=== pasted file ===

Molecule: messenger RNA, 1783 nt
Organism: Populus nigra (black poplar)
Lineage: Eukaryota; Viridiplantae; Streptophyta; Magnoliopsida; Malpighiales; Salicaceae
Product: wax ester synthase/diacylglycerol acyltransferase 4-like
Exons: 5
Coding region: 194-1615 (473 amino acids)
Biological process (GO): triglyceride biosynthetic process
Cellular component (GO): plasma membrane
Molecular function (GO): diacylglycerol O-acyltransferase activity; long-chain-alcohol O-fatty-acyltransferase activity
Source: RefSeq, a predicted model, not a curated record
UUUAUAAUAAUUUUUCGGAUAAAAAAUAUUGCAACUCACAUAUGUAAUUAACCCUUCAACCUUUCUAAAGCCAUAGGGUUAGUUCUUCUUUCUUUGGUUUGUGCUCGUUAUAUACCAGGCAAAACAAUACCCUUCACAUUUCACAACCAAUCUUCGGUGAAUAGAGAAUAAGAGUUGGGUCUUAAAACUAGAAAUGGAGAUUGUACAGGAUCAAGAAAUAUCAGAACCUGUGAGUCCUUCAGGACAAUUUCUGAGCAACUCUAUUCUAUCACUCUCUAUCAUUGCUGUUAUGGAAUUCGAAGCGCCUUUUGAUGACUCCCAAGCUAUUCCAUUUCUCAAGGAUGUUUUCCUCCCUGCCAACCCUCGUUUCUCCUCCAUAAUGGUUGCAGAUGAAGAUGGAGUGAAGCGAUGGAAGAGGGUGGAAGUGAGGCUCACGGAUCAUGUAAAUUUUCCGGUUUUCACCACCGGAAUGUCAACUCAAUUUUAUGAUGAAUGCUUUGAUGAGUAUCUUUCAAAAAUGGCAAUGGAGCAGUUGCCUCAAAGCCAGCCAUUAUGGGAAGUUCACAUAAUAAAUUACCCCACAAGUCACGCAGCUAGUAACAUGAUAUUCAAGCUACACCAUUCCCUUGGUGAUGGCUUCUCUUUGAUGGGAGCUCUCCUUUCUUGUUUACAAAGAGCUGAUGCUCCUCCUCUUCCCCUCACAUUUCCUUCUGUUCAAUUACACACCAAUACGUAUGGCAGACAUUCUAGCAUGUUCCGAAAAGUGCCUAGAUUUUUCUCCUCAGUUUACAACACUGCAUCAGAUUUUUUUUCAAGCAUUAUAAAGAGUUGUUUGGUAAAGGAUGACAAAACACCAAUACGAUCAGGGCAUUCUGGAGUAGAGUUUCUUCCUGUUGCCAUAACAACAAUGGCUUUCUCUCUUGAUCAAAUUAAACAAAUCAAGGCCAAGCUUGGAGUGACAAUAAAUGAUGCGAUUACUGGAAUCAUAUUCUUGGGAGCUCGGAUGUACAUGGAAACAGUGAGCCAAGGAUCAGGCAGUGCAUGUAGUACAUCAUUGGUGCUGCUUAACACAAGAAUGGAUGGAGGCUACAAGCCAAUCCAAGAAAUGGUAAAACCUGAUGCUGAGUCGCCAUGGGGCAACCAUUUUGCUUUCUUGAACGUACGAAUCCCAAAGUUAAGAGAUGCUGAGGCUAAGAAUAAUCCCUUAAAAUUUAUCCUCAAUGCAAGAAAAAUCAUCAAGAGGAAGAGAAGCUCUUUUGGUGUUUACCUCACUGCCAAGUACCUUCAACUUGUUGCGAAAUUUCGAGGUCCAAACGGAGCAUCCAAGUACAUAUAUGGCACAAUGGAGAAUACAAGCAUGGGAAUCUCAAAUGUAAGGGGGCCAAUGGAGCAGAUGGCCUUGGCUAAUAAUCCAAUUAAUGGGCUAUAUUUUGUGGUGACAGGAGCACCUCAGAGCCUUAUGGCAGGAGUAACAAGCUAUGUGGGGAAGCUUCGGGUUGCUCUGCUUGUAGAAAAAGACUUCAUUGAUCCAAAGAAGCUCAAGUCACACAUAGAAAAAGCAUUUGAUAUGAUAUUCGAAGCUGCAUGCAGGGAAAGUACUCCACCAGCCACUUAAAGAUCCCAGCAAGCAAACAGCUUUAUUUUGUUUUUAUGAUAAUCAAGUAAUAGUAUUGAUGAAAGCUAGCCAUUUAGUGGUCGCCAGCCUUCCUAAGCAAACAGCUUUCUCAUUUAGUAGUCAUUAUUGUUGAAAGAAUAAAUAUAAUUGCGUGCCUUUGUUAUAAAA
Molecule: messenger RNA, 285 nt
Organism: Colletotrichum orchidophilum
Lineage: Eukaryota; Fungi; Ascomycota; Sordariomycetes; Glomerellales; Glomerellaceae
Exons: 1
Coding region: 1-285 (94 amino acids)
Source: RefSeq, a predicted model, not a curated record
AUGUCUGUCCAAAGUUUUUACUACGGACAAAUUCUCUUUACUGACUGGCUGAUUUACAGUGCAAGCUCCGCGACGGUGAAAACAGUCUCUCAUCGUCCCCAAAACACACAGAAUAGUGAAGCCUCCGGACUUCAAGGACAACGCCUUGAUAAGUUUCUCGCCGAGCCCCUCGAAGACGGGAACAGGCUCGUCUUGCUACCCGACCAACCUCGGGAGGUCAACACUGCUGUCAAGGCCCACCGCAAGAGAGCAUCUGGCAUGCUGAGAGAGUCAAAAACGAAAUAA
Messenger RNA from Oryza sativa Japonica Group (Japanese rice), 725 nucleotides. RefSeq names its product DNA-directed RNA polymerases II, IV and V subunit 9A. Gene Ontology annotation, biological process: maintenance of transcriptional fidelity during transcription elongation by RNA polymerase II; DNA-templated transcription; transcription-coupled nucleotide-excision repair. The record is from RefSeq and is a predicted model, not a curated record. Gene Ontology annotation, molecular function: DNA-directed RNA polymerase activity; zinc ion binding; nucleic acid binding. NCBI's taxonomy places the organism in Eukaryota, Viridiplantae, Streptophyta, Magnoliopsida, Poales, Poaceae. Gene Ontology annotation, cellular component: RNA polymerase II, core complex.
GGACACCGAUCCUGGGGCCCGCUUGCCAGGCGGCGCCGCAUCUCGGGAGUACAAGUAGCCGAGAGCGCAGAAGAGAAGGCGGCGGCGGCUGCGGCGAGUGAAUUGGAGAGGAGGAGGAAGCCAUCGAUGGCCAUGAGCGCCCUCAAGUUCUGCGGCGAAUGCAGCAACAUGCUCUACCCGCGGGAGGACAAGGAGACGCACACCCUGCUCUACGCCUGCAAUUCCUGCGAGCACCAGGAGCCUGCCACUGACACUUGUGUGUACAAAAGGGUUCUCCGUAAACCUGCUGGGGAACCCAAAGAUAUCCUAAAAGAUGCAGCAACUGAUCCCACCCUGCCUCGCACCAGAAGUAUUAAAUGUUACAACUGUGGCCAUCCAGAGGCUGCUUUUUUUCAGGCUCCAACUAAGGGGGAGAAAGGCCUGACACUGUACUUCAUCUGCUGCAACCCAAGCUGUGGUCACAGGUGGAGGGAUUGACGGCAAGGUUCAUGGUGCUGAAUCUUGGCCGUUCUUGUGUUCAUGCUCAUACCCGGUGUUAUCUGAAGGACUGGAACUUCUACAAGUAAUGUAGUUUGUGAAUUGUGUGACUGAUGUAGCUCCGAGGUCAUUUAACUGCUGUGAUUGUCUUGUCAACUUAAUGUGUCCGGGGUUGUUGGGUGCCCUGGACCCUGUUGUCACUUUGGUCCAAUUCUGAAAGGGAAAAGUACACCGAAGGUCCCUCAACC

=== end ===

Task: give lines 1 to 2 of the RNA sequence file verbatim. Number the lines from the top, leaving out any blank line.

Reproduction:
Molecule: messenger RNA, 1783 nt
Organism: Populus nigra (black poplar)